Warning: Details in this article and the attached video are disturbing. Viewer discretion is advised.

In the days following a CTV News investigation into the treatment of chickens at farms in B.C.'s Fraser Valley, some say newly obtained video suggests animal abuse may be widespread.

Disturbing footage captured by rights activists at Animal Justice shows what they say is an industry-wide problem.

According to those behind the video, the chickens seen on camera were no longer useful for producing eggs, so they were being taken to a processing facility. The group said the birds would then be turned into low-grade nuggets and pet food.

Video shows workers handling the hens. Some are seen holding them by one limb then tossing them into containers.

"This, we know, results in broken bones and dislocated joints," Animal Justice's Anna Pippus told CTV Wednesday.

She said in the group's experience, it's a problem not isolated to the farm where the video was recorded.

"The way that animals are treated leads to distress for the animals," she said.

The men in the video are wearing shirts with a logo for Elite Farm Services Ltd., a Chilliwack-based company that made headlines last year when video shot by another activist group showed employees stomping on some live birds and ripping others apart. 

Six employees were fired and the BC SPCA recommended charges, but more than a year later, the Crown said the file is still being assessed.

The SPCA is also looking into Elite after viewing video activists shared with CTV and PETA showing chickens buried up to their necks in manure at a farm in Abbotsford. Officials have not said what role they suspect Elite played in that case, saying only that there was a link. 

The farm, Jaedel Enterprises, is also under investigations by both industry officials and the SPCA.

Animal cruelty officers searched Elite's offices this week after seeing the video from Jaedel.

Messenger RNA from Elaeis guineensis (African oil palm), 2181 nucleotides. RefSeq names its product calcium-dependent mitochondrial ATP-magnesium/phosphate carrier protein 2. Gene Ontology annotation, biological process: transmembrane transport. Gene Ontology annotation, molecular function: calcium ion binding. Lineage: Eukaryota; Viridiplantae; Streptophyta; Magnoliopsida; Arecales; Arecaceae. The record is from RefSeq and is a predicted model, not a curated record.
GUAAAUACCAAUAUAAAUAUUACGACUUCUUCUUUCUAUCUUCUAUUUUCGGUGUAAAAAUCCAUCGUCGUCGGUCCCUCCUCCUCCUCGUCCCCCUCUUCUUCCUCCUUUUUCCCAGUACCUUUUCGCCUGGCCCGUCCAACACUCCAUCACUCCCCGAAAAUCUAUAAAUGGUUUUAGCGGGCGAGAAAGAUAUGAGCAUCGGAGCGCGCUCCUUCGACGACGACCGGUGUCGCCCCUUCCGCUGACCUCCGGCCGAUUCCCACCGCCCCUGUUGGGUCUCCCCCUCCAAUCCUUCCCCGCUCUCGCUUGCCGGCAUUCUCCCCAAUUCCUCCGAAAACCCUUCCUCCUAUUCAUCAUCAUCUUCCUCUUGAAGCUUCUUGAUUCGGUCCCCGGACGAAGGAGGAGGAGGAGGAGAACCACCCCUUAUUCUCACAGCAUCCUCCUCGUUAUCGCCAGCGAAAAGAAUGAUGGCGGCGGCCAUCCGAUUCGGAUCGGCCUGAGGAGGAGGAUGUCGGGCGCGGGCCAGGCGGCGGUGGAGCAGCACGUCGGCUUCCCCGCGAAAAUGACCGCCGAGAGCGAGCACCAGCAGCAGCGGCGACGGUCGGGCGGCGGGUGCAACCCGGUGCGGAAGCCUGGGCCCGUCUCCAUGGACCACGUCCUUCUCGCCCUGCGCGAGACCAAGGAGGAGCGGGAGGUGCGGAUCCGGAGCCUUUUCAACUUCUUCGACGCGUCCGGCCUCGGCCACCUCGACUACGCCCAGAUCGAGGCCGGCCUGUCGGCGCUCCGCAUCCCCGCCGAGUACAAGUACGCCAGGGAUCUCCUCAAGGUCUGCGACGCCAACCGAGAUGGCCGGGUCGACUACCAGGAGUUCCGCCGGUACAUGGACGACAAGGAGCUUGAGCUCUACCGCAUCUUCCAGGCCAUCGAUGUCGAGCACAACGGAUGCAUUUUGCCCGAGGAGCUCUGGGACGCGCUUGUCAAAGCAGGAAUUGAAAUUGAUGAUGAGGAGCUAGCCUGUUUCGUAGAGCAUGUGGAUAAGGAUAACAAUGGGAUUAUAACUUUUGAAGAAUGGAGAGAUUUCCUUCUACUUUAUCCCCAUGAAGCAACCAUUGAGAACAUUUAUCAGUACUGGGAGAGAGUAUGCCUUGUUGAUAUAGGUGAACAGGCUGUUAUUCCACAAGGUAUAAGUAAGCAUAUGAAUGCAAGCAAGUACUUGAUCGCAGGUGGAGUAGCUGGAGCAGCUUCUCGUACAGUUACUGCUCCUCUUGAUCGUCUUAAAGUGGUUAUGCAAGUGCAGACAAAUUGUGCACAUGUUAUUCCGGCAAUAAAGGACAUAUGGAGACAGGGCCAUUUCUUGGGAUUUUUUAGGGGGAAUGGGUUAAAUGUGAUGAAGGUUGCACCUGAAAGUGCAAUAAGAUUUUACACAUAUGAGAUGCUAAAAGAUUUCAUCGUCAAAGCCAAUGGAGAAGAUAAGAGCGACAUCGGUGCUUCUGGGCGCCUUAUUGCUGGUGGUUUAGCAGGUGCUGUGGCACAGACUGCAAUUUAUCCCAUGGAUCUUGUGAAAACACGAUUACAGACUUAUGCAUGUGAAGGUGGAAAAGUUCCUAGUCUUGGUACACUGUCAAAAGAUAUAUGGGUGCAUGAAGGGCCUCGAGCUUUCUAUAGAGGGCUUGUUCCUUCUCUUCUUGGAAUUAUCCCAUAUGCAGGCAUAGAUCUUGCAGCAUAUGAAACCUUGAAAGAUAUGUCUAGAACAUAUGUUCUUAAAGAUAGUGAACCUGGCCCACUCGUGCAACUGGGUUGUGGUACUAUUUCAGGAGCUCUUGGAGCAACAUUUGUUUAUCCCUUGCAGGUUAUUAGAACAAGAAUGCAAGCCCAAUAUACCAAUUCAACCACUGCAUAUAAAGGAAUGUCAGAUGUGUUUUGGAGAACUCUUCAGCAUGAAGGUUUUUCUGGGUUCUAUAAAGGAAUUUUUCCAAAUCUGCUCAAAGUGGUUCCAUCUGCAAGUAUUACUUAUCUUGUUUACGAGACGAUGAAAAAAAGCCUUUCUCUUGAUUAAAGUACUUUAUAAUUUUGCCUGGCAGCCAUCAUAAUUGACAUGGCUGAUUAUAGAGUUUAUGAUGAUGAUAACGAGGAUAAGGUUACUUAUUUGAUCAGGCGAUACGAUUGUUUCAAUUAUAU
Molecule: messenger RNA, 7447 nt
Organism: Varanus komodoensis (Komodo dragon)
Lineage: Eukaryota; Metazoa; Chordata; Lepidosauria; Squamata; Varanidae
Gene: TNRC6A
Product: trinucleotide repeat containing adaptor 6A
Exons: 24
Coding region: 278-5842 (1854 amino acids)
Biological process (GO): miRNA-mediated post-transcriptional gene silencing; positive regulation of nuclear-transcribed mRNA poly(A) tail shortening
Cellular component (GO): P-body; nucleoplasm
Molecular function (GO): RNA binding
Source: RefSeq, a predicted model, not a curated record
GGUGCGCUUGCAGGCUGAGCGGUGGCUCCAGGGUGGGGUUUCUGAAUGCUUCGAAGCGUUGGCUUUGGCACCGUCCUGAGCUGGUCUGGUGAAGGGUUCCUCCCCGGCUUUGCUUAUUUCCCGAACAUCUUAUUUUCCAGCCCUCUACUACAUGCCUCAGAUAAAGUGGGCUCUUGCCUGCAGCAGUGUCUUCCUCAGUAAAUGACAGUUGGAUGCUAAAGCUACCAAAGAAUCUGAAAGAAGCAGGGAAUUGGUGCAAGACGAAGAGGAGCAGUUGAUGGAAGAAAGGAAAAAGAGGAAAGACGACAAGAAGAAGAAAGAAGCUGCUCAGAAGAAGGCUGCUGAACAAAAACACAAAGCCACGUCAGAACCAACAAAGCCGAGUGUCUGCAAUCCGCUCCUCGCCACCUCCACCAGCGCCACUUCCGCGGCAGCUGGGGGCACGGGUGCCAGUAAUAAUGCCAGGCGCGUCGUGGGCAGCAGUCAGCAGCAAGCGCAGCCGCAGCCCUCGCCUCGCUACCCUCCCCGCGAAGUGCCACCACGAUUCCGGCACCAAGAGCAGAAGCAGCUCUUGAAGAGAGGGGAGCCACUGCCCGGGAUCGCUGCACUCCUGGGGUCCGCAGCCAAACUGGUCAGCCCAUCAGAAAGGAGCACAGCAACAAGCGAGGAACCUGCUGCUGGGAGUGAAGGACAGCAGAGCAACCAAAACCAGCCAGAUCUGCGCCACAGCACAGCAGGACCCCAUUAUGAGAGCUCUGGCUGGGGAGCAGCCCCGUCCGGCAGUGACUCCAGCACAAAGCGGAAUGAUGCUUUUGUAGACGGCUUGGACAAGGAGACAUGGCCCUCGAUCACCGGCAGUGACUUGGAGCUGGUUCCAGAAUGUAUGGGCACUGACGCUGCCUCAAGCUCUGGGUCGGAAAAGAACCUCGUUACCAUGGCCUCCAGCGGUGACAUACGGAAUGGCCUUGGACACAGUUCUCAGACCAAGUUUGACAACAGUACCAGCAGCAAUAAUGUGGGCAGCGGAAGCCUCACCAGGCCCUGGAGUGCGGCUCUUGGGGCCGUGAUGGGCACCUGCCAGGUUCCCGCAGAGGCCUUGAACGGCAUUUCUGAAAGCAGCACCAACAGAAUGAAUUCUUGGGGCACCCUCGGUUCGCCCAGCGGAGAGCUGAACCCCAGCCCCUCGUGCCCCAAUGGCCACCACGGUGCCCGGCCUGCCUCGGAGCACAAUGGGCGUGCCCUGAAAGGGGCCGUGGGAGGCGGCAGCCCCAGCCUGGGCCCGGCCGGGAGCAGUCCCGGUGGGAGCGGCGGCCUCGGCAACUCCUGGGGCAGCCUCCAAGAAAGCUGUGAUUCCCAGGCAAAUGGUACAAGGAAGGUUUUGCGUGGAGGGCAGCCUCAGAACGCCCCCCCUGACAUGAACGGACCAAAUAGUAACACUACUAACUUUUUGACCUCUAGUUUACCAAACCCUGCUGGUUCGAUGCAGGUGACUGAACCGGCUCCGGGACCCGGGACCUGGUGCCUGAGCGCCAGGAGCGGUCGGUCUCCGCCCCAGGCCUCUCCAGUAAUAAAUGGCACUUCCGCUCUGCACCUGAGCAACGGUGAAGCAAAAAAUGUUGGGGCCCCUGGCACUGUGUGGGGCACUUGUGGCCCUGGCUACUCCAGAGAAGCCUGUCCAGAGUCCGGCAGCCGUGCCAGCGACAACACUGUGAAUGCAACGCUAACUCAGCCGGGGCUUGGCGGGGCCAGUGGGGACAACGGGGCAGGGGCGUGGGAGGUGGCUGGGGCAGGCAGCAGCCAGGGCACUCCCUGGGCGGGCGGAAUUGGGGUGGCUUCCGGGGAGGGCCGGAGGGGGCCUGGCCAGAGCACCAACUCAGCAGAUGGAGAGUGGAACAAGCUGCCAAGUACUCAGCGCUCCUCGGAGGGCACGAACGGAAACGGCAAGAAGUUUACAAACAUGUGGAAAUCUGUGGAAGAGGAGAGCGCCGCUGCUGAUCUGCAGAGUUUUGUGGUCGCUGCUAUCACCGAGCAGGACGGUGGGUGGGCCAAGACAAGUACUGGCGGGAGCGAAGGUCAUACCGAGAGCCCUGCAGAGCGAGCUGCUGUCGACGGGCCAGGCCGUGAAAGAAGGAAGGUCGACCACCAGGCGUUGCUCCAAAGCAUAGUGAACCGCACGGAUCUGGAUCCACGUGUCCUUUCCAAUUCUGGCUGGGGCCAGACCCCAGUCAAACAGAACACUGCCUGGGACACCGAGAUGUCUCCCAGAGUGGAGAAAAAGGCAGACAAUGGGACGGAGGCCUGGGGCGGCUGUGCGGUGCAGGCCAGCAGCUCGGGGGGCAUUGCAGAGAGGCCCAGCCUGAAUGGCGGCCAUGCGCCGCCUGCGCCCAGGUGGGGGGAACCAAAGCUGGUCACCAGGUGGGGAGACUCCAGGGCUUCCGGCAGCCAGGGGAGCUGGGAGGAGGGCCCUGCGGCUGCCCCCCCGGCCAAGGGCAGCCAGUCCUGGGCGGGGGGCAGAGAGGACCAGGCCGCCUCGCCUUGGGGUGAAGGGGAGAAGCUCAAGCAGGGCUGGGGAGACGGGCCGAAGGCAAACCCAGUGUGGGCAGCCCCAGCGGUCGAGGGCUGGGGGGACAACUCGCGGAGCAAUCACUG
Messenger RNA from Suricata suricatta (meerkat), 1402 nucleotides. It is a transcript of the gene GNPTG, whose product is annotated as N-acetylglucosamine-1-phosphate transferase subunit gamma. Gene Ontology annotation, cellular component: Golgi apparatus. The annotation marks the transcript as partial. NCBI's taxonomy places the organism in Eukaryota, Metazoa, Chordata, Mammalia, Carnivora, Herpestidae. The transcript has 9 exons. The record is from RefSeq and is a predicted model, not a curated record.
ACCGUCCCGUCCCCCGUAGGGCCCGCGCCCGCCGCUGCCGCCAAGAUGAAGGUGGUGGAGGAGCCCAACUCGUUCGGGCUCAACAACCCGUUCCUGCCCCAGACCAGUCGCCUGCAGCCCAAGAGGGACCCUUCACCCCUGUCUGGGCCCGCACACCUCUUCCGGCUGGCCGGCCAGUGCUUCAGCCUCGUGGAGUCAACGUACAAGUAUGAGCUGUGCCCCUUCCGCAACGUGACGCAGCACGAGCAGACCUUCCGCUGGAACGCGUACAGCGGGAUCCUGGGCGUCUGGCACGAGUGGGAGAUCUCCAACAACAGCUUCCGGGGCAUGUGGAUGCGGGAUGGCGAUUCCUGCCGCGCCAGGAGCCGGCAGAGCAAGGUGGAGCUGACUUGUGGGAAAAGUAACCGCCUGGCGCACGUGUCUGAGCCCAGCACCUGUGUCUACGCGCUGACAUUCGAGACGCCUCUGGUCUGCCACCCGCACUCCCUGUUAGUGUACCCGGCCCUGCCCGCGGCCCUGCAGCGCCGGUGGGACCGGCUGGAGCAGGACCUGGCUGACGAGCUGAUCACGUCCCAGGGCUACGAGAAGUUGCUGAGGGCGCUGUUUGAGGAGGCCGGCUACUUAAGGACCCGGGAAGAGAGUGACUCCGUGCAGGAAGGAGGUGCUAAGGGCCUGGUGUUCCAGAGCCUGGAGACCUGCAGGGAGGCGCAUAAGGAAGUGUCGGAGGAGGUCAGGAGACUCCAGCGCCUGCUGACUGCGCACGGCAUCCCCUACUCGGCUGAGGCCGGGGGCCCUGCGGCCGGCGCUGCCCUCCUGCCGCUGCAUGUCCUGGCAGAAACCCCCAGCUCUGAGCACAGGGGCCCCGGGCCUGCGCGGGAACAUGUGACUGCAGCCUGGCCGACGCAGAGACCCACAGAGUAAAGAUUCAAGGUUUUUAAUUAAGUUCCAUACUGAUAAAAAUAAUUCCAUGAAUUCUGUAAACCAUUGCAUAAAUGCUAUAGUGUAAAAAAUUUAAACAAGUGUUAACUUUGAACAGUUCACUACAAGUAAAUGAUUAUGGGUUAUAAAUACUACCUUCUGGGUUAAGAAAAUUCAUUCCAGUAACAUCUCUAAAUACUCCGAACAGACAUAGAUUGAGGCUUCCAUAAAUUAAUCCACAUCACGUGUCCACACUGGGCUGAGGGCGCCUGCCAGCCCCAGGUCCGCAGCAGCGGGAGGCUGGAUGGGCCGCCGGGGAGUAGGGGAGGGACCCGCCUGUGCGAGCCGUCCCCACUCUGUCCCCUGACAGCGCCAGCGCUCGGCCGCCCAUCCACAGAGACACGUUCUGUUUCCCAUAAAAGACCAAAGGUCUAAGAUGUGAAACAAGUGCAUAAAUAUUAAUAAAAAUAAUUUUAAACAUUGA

CTV reached out to the chicken catching company earlier this week, both by phone and in person. A spokesperson emailed a statement on Wednesday, saying: "Elite Services follows all animal welfare guidelines according to industry standards, and we understand the importance of ensuring proper care and handling of animals.

"Regarding recent news reports involving various farms in April 2018, to our knowledge, there has been no wrongdoing on the part of Elite Services or its employees."

The company said it has co-operated fully with authorities investigating the footage "by providing requested documentation including its standard operating procedures and employee orientation."

In addition to the issues seen at Jaedel, activists sent CTV video they say was taken at two other farms in the area. Both live and dead birds were seen buried in manure piles, and side-by-side in small cages.

Pippus said she feels the problem is the industry is regulating itself.

"This means they're creating their own standards, and they're the ones that are enforcing them. I think it's pretty clear from all the footage that we've seen that this is just not working," she said.

Animal Justice is calling on the provincial government to step in and create stricter guidelines and penalties for the egg industry.

It's a message the SPCA agrees with. On Tuesday, chief prevention and enforcement officer Marcie Moriarty said the existing code of practice should be made law, as a similar code was for the dairy industry following another video exposé

Under the current system, farms are audited about four times a year by industry officials from the federal and provincial levels, as well as by third parties. Farms found in violation of Canada's codes of practice can be given corrective actions which must be completed within a set timeframe or they risk losing their licence.